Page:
Number 17A, an oil on fiberboard and a good example of drip painting, was painted a year after Jackson Pollock introduced his famous drip technique. The abundance of paint creates a complex color vortex where the top and bottom layers are impossible to differentiate. Smudges of yellow, blue, and black on the fiberboard help soften the image, while three nearly-parallel white brushstrokes grab our attention and direct our gaze diagonally up the image.
Initially drip paintings by Pollock were met with great public scrutiny and were mostly unpopular and therefore had low value in art markets. This 1948 piece was featured in a 1949 Life magazine article that helped make Jackson Pollock a household name. In August 1949, Life magazine ran a feature story posing the question: "Jackson Pollock: Is he the greatest living painter in the United States?" The text was alternately mocking and respectful.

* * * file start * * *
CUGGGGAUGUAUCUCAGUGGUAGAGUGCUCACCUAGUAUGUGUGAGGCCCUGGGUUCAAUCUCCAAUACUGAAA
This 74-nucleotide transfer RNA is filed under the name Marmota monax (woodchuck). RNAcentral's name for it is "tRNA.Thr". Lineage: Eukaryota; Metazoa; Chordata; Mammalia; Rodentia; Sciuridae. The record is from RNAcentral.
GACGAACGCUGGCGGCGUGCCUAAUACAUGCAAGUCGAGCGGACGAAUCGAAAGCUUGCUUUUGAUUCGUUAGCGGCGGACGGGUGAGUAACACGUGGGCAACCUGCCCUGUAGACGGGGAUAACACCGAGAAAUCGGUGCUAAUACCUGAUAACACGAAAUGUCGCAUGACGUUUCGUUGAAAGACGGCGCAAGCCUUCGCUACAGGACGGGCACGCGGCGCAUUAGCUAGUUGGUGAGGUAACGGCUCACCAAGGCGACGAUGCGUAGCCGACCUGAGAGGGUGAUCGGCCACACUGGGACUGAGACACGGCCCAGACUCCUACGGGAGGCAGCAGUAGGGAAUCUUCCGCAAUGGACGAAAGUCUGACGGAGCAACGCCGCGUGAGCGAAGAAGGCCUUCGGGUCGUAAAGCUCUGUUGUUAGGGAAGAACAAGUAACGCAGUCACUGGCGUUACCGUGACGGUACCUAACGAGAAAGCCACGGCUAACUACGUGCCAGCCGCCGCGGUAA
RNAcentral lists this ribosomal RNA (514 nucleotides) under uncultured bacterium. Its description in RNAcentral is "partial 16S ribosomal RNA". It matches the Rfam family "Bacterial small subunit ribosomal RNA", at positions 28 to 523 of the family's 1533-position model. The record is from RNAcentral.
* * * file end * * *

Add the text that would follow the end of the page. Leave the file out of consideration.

In 2015, Number 17A was sold by the David Geffen Foundation to Kenneth C. Griffin, an American hedge fund manager and billionaire, for $200 million. The price sets the world record for the most expensive painting ever sold at that point. The previous record was held by Water Serpents II by Gustav Klimt. Water Serpents II was sold in a private sale at $183.8 million in 2013.